Especially when so many dying unvaccinated patients tell their nurses, “I wish I had gotten vaccinated,” according to the American Hospital Association.

But as Wired magazine columnist Steve Levy wrote last week in a critique of Rogan’s three-hour Spotify interview with Malone, none of these statistics were mentioned during that podcast.

“You can listen to the entire 186-minute lovefest between Rogan and Malone and have no idea that our hospitals are overloaded with Covid cases,” wrote Levy, “and that on the day their conversation transpired, 7,559 people worldwide died of Covid, 1,410 of which were in the United States. The vast majority of them were unvaccinated.”

Instead, “the entirety of the podcast makes it clear that Rogan and Malone are on the same team,” Levy added. “When Malone uncorks questionable allegations about disastrous vaccine effects and the global cabal of politicians and drugmakers pulling strings, Rogan responds with uh-huhs and wows.” There is no mention of the numerous studies that “unvaccinated people are many, many times more likely to be hospitalized or die.”

That was Rogan’s right. That was Spotify C.E.O. Daniel Ek’s right. But who was looking out for the doctors and nurses on the pandemic front lines whose only ask is that the politicians and media influencers who are privileged enough to have public platforms — especially one like Rogan with an average of 11 million listeners per episode — use them to reinforce our responsibilities to one another, not just our rights.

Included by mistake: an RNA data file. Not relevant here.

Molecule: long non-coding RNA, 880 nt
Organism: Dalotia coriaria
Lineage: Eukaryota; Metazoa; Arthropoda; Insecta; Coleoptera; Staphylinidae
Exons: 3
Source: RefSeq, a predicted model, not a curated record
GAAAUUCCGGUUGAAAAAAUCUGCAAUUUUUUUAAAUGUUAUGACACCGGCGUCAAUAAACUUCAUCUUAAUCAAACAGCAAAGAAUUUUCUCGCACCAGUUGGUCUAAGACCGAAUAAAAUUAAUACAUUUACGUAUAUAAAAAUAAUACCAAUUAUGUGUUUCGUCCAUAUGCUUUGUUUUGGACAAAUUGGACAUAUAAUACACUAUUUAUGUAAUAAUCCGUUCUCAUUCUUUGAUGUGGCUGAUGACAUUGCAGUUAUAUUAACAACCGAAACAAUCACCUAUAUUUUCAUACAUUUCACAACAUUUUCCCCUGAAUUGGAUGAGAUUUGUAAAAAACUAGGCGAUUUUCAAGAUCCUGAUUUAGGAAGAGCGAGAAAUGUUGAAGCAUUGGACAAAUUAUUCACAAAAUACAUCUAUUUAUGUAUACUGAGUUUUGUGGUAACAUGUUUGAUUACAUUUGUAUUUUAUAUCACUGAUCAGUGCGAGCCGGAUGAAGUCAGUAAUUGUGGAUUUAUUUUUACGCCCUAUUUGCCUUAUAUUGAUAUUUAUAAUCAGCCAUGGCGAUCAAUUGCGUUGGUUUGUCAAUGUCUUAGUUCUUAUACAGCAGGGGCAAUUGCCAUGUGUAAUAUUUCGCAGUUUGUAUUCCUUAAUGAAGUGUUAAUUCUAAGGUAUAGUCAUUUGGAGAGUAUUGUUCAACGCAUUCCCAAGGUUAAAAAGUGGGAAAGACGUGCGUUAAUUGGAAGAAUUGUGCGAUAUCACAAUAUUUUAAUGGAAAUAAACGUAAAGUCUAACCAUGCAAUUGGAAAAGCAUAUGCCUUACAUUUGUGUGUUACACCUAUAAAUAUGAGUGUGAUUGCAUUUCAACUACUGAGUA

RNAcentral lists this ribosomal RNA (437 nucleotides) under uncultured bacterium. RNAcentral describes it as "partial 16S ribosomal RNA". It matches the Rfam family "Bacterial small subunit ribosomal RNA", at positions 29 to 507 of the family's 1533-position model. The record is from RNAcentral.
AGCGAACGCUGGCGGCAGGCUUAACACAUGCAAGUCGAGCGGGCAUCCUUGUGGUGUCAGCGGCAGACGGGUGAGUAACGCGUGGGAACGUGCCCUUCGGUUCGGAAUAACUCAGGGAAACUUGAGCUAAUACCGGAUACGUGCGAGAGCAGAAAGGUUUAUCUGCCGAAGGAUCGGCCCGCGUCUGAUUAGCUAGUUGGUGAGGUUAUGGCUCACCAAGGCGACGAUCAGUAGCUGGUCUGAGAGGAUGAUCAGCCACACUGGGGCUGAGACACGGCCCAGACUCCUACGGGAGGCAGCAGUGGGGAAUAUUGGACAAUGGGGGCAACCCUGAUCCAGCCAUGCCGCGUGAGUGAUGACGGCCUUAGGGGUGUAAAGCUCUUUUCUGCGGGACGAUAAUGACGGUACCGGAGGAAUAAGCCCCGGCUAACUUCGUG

I’ll tell you who was defending them: Neil Young.

Listen to the last line of Young’s statement when he pulled out of Spotify: “I am happy and proud to stand in solidarity with the frontline health care workers who risk their lives every day to help others.”

Rogan has vowed to do better at counterbalancing controversial guests. He could start by offering his listeners a 186-minute episode with intensive care nurses and doctors about what this pandemic of the unvaccinated has done to them.

That would be a teaching moment, not only about Covid, but also about putting our responsibilities to one another — and especially to those who care for us — at least on a par with our right to be as dumb and selfish as we want to be.